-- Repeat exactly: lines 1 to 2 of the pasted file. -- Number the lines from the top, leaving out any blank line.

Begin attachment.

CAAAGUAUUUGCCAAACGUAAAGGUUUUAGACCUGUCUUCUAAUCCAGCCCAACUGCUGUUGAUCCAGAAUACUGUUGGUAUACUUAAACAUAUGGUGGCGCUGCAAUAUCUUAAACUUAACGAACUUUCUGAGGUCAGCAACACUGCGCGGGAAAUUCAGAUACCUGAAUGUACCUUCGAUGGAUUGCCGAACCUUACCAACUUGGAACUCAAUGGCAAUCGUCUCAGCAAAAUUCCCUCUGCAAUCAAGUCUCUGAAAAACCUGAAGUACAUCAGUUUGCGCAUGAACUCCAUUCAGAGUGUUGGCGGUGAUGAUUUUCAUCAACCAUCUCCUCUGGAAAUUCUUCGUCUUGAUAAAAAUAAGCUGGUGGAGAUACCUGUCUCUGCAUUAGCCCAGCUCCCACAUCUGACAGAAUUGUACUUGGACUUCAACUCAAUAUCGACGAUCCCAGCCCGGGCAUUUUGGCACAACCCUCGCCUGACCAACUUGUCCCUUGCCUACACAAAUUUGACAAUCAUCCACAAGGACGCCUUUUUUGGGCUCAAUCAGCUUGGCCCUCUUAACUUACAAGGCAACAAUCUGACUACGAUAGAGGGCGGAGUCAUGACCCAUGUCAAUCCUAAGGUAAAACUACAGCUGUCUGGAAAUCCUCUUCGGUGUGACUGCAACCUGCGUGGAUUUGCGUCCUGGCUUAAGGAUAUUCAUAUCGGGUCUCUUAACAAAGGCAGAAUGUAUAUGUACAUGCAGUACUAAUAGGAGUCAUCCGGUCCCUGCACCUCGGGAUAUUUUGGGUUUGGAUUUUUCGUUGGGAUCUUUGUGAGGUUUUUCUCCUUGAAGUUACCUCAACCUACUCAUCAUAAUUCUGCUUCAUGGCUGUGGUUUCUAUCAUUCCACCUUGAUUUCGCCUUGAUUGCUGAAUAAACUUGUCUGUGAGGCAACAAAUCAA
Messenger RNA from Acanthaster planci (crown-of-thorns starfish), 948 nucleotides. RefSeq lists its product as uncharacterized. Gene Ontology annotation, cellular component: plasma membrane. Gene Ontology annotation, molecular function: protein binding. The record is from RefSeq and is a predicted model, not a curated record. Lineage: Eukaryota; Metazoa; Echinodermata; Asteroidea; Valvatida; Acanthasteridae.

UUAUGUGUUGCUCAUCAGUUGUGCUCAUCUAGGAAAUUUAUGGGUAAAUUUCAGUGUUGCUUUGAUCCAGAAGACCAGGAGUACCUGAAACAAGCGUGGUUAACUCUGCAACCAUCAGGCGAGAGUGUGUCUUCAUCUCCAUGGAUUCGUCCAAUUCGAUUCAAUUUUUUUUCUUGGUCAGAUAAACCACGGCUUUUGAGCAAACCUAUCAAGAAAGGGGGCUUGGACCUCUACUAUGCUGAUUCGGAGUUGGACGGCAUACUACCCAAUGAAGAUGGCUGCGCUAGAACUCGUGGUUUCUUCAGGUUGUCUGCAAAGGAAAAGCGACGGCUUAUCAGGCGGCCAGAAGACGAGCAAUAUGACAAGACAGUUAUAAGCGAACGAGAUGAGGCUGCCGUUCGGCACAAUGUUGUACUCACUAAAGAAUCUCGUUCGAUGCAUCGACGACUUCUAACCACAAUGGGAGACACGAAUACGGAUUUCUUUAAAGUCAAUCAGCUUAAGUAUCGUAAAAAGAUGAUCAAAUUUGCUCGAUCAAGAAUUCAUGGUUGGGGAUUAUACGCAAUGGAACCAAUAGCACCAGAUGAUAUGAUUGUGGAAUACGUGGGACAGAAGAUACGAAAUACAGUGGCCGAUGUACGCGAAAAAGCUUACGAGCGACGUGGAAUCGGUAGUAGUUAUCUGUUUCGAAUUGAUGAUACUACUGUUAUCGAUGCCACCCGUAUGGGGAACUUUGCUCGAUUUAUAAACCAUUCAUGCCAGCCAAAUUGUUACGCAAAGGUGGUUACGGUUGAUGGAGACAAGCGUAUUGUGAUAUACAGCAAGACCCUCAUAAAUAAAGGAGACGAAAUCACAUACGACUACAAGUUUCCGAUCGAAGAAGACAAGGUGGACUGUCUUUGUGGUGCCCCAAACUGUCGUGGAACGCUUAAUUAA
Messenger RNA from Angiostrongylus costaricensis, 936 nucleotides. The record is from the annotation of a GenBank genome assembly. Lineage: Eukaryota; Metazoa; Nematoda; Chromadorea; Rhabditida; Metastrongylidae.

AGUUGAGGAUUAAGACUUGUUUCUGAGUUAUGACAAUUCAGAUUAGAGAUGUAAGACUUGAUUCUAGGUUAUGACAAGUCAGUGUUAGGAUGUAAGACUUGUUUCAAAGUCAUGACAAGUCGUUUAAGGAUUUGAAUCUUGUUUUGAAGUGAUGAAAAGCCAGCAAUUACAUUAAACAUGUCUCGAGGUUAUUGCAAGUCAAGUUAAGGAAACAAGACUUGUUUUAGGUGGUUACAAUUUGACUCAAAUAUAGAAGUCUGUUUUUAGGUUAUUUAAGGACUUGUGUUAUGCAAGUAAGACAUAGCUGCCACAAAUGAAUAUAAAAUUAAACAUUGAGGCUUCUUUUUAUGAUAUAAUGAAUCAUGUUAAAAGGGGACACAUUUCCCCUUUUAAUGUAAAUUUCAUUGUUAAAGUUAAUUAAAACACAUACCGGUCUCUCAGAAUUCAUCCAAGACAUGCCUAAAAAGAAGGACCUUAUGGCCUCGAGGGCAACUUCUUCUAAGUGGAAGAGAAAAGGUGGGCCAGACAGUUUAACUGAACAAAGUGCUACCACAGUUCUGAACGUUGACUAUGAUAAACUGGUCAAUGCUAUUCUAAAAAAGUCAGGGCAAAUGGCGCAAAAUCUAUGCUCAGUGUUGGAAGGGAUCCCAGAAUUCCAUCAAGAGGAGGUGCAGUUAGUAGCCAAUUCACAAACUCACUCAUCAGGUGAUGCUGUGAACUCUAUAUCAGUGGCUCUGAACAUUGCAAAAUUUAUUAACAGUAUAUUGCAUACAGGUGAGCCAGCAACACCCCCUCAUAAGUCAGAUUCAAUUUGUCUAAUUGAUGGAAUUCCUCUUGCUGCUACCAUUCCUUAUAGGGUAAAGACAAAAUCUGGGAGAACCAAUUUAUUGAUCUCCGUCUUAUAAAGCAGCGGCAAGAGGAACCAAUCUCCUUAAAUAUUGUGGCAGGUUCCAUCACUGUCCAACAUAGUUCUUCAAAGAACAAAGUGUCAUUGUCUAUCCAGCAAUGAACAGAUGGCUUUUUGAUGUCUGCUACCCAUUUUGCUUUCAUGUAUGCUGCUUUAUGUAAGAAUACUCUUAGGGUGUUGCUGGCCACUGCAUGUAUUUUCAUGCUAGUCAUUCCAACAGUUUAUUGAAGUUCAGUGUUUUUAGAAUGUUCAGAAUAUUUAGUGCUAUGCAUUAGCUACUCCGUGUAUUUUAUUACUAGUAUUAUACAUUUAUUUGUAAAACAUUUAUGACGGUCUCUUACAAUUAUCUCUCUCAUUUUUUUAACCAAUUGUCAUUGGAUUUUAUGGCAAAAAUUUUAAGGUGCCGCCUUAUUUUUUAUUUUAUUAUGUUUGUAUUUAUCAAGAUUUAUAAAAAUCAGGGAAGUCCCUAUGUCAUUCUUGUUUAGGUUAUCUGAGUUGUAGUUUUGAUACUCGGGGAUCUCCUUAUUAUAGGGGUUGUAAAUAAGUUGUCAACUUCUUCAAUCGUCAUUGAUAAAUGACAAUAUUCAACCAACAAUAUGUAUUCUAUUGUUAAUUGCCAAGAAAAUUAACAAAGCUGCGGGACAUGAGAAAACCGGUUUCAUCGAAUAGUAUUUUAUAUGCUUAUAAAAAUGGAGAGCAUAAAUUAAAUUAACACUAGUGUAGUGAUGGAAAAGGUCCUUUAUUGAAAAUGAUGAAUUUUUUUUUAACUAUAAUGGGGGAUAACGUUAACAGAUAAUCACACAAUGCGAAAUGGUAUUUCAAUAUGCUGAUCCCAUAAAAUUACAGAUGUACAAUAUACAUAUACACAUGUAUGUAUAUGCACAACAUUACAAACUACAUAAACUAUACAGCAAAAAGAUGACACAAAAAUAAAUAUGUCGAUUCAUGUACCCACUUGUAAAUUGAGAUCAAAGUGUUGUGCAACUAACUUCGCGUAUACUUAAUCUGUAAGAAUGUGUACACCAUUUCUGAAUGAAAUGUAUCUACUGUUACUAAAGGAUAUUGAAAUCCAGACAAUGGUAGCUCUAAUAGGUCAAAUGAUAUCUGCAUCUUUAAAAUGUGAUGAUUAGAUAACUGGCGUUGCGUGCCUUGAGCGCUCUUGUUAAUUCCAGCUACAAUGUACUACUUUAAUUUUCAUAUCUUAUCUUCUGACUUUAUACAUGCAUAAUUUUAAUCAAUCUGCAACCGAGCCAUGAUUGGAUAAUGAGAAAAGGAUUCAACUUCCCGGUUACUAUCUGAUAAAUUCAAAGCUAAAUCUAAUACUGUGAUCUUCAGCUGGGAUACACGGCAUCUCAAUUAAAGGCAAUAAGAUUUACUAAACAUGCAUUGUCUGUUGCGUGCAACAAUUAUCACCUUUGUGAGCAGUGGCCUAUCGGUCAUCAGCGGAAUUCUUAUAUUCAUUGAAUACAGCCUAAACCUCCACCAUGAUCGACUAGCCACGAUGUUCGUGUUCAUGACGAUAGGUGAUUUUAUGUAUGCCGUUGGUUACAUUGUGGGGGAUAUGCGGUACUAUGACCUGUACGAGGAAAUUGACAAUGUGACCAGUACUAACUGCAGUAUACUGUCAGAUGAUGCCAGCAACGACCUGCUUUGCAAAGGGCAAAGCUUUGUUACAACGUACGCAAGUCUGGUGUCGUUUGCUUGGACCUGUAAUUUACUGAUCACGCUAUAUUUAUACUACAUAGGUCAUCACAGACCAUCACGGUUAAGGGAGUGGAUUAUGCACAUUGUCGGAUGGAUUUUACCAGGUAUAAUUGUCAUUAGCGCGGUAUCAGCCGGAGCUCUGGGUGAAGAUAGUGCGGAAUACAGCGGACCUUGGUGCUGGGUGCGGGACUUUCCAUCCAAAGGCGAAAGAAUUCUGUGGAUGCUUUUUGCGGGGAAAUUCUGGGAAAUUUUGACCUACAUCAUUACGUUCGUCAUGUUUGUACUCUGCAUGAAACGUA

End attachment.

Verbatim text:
CAAAGUAUUUGCCAAACGUAAAGGUUUUAGACCUGUCUUCUAAUCCAGCCCAACUGCUGUUGAUCCAGAAUACUGUUGGUAUACUUAAACAUAUGGUGGCGCUGCAAUAUCUUAAACUUAACGAACUUUCUGAGGUCAGCAACACUGCGCGGGAAAUUCAGAUACCUGAAUGUACCUUCGAUGGAUUGCCGAACCUUACCAACUUGGAACUCAAUGGCAAUCGUCUCAGCAAAAUUCCCUCUGCAAUCAAGUCUCUGAAAAACCUGAAGUACAUCAGUUUGCGCAUGAACUCCAUUCAGAGUGUUGGCGGUGAUGAUUUUCAUCAACCAUCUCCUCUGGAAAUUCUUCGUCUUGAUAAAAAUAAGCUGGUGGAGAUACCUGUCUCUGCAUUAGCCCAGCUCCCACAUCUGACAGAAUUGUACUUGGACUUCAACUCAAUAUCGACGAUCCCAGCCCGGGCAUUUUGGCACAACCCUCGCCUGACCAACUUGUCCCUUGCCUACACAAAUUUGACAAUCAUCCACAAGGACGCCUUUUUUGGGCUCAAUCAGCUUGGCCCUCUUAACUUACAAGGCAACAAUCUGACUACGAUAGAGGGCGGAGUCAUGACCCAUGUCAAUCCUAAGGUAAAACUACAGCUGUCUGGAAAUCCUCUUCGGUGUGACUGCAACCUGCGUGGAUUUGCGUCCUGGCUUAAGGAUAUUCAUAUCGGGUCUCUUAACAAAGGCAGAAUGUAUAUGUACAUGCAGUACUAAUAGGAGUCAUCCGGUCCCUGCACCUCGGGAUAUUUUGGGUUUGGAUUUUUCGUUGGGAUCUUUGUGAGGUUUUUCUCCUUGAAGUUACCUCAACCUACUCAUCAUAAUUCUGCUUCAUGGCUGUGGUUUCUAUCAUUCCACCUUGAUUUCGCCUUGAUUGCUGAAUAAACUUGUCUGUGAGGCAACAAAUCAA
Messenger RNA from Acanthaster planci (crown-of-thorns starfish), 948 nucleotides. RefSeq lists its product as uncharacterized. Gene Ontology annotation, cellular component: plasma membrane. Gene Ontology annotation, molecular function: protein binding. The record is from RefSeq and is a predicted model, not a curated record. Lineage: Eukaryota; Metazoa; Echinodermata; Asteroidea; Valvatida; Acanthasteridae.